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Plymouth, the UK cities report and confidence

25 January 2011 No Comment

The Cities Outlook 2011 report tracks the changes in various economic indicators for cities across the UK. As a Plymouth based firm, we’re interested and heavily invested in the city and its future. And that makes for some difficult reading in this survey.

The Plymouth numbers are shown here and the one that strikes me (as an accountant) as being the most significant for the future of the city is the figure for “business stock per 10,000 population” – a measure of the number of businesses in the city. On this measure Plymouth is ranked 61 out of 64 UK cities with 202.6 businesses per 10,000 people against a UK average of 334.7 per 10,000 people. That’s seriously low! There’s a history for VAT registrations (a guide to new business start-ups) here which shows Plymouth in the bottom 10 “business creating cities” ┬áup to 2007. It doesn’t appear that there has been much improvement since.

So why is this? This article reviews some of the historical reasons and compares Plymouth with other previously heavily industrialised cities such as Newcastle and Liverpool. It also goes on to talk about the dependence that Plymouth (and other cities) have had on the public sector including healthcare, education and in our case, the Navy.

In the most serious public spending squeeze for years, cities like Plymouth which have relied historically (and I mean up to the last couple of years) on public sector job creation to soak up working age population will be most adversely affected. So we start from a low base as a business creating city and enter a phase where David Cameron has commented that “We are going to get out of this recession by trading our way out, by business deciding to employ people to create wealth, to go after new markets, to export”. Peter Mandelson said “First and foremost we need to foster a new climate for enterprise in Britain. The recovery cannot be driven by consumer debt or public spending. It will be driven by private sector investment and private enterprise.” It makes you wonder what they were doing during their time in government if they are suggesting a change in business climate as the “first and foremost” task of government!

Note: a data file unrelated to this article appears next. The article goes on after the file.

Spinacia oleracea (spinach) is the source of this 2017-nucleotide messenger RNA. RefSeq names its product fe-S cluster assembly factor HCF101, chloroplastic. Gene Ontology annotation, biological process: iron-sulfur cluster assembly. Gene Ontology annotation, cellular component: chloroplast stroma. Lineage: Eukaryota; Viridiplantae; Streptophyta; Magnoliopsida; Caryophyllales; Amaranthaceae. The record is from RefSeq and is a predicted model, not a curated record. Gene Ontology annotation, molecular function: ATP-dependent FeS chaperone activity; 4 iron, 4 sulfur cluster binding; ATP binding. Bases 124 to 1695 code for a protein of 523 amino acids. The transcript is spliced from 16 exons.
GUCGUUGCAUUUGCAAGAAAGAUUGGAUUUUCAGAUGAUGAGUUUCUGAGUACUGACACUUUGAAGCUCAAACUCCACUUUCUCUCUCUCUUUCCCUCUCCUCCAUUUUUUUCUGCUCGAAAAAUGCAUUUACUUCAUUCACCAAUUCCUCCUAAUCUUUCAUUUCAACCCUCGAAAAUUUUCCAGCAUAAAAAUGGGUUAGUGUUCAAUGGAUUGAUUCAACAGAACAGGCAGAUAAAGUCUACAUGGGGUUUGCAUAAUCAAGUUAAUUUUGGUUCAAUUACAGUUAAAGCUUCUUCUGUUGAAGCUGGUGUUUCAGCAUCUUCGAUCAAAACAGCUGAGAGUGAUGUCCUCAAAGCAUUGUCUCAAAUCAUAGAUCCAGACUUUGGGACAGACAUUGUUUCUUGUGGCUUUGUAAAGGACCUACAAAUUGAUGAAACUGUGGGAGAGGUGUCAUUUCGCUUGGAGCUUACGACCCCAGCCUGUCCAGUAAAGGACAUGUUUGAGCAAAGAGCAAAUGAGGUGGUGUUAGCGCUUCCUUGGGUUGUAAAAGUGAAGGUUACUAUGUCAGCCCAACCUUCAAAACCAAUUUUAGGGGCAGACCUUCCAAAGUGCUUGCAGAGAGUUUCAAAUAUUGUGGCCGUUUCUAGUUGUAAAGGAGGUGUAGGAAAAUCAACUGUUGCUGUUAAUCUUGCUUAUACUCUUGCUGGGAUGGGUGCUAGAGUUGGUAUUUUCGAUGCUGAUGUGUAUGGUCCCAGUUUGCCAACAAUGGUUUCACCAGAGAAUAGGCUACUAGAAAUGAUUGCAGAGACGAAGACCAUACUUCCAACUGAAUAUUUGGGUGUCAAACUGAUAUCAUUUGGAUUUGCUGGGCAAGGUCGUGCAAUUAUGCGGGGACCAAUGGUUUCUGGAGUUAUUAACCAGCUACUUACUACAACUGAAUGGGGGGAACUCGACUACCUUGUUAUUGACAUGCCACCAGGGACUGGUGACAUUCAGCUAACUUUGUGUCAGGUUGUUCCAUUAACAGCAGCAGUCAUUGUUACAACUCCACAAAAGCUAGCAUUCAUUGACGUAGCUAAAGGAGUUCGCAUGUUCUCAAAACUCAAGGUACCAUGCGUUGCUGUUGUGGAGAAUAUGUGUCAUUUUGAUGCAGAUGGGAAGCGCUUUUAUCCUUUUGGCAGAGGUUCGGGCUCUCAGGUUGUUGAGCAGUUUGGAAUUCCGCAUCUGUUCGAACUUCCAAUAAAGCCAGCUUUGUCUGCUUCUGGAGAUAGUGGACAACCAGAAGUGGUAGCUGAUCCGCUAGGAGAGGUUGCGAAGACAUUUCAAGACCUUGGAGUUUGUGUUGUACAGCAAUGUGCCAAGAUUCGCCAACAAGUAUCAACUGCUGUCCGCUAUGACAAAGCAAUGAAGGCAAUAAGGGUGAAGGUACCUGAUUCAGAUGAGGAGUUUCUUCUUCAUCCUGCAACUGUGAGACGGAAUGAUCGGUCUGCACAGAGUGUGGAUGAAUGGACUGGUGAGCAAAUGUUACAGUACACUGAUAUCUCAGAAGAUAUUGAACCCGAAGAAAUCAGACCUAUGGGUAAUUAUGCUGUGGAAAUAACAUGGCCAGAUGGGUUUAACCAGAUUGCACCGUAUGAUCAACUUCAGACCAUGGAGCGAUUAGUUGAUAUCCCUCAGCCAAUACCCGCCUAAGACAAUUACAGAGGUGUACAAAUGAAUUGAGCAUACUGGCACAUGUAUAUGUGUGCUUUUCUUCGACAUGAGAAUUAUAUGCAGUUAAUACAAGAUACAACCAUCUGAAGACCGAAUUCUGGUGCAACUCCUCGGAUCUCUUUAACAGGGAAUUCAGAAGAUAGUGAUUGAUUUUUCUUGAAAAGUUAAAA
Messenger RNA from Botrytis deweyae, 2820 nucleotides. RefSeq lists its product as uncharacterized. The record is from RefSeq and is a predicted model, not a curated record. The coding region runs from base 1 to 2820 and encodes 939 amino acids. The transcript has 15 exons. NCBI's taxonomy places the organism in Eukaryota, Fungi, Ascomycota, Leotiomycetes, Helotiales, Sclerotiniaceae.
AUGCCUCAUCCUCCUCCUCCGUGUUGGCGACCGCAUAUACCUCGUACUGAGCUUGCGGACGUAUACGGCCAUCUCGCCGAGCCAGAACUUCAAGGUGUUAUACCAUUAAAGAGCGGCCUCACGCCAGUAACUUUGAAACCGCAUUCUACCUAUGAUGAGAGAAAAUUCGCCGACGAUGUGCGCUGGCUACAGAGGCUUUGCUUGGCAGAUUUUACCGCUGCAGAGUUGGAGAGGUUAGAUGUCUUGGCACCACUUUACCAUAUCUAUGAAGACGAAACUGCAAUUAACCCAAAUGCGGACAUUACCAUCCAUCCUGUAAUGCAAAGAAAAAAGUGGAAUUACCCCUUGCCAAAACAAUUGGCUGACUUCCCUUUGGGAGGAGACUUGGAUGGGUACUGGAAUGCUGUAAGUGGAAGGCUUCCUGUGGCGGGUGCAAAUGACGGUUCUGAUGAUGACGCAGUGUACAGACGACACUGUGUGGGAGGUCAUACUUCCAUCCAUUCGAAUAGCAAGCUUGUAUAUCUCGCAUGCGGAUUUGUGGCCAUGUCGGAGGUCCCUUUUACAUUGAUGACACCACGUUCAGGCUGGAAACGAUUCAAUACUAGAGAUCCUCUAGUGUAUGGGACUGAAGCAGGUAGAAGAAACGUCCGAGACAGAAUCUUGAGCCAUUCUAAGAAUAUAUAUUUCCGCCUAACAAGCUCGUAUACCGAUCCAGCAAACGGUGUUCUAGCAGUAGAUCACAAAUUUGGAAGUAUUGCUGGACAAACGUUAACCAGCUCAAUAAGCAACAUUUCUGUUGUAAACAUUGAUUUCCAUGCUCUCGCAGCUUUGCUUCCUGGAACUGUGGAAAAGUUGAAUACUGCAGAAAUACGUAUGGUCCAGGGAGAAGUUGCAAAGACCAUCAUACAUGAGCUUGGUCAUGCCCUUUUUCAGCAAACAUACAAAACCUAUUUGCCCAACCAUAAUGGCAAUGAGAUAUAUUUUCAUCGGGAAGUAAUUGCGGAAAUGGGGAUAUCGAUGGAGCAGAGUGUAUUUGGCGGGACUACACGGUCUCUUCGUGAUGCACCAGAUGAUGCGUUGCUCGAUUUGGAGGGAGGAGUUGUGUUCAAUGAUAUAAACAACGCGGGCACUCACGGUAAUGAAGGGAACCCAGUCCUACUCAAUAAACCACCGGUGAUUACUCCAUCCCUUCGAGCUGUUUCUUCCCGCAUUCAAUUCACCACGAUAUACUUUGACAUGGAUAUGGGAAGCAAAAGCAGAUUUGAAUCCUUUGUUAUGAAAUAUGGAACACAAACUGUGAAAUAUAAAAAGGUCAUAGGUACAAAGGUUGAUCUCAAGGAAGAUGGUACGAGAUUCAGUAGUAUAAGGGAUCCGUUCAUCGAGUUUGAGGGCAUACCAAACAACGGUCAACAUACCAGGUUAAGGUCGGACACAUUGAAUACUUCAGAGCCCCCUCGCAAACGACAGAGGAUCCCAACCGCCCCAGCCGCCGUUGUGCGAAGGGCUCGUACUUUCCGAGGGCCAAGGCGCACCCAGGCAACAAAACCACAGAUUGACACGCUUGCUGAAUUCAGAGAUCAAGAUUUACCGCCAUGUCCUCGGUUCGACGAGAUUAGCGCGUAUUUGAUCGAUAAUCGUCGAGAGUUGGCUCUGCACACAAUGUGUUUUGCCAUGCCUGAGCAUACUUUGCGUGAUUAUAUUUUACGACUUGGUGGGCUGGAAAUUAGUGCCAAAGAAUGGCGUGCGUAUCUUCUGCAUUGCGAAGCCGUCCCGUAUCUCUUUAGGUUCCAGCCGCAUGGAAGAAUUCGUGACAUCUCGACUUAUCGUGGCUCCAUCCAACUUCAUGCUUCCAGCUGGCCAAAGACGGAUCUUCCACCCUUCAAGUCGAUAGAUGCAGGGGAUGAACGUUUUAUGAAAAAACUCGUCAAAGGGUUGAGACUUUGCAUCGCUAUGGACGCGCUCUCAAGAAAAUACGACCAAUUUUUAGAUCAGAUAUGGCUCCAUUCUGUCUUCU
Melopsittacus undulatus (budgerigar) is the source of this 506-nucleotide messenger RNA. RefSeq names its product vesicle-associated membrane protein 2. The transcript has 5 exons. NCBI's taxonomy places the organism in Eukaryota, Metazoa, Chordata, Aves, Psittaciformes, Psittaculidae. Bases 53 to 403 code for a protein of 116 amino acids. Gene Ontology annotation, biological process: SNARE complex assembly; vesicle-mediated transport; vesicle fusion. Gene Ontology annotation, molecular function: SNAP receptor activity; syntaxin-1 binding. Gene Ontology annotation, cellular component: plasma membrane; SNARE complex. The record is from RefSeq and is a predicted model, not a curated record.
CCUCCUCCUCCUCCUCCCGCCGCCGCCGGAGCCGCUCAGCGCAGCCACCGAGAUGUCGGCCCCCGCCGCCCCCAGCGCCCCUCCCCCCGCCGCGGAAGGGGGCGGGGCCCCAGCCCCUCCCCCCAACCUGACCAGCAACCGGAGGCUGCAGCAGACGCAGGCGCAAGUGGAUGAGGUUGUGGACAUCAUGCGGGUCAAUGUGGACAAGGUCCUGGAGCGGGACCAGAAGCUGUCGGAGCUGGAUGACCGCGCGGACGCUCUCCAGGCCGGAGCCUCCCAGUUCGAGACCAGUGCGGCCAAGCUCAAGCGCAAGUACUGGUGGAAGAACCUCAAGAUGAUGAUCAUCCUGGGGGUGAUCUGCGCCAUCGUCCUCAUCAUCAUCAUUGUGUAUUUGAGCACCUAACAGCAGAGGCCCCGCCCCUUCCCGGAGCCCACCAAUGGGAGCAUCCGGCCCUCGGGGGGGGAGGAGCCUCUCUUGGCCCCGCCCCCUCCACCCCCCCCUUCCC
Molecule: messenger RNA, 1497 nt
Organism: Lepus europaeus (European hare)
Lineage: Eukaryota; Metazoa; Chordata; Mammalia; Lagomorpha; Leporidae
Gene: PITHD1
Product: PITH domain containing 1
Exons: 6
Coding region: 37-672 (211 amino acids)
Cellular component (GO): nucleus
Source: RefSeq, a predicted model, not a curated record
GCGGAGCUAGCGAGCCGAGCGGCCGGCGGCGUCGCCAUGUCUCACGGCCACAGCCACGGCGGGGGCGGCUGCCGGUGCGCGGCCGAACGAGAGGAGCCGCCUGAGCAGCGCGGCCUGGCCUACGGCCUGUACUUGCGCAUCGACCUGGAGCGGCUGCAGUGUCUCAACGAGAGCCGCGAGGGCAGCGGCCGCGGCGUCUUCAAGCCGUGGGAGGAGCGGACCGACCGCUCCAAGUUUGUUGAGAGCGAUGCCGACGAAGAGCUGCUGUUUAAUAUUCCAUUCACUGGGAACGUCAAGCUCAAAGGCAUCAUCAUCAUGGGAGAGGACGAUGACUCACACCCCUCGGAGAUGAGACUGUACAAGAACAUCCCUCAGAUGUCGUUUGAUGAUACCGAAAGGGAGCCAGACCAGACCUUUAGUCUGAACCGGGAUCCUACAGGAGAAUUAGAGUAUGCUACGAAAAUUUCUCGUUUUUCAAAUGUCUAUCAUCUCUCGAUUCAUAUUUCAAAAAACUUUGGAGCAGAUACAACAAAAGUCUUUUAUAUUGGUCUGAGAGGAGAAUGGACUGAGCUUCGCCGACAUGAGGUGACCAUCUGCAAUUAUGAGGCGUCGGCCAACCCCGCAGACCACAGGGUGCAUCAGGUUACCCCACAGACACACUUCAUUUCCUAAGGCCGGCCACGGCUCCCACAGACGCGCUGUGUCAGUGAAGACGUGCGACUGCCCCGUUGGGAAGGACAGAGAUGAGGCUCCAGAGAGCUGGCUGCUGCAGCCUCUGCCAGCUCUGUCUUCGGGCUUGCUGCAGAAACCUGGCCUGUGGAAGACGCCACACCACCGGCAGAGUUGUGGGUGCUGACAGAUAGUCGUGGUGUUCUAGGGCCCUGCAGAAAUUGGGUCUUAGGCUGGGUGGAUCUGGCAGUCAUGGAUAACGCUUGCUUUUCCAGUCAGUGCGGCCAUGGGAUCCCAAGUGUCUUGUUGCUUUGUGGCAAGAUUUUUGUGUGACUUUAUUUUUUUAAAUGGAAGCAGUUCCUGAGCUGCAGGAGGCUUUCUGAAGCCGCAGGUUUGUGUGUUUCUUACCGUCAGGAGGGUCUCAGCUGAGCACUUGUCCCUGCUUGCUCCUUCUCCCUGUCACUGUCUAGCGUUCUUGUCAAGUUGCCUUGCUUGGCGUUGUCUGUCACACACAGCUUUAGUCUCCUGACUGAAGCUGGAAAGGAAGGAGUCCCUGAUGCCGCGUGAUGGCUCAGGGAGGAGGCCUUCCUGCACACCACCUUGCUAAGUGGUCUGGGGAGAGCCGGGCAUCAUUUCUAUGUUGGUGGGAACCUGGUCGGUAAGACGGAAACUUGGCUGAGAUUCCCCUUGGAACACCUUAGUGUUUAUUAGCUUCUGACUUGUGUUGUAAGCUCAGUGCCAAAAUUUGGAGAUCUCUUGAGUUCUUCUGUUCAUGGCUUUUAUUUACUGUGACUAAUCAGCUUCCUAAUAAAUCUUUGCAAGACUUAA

It’s clear that we’re not going to get any real help from government – either “won’t or can’t” is not going to change anything here. What we suffer from is historical reliance and a need to change culture, and that doesn’t happen overnight. There has been a change in the city over the last twenty years but it takes time. It comes from attitude, desire and ambition. The drive and motivation of the few that helps to inspire the weaker amongst us to jump on their band-wagon and help. And more than anything it comes from the young, the lack of concern for barriers and the blind optimism that we all lose so soon.

As a city we need to celebrate the ambitious, encourage the risk takers while helping to reduce their exposure, expound on the success stories and reach into the schools with them to help inspire the next generation. What we mustn’t do is drag down business with negative attitudes, snipe jealously at the successful or ambitious or constantly bemoan the ways of the world. What creates wealth ultimately starts with confidence – and that needs us all to want success and believe that we can create it in the city.

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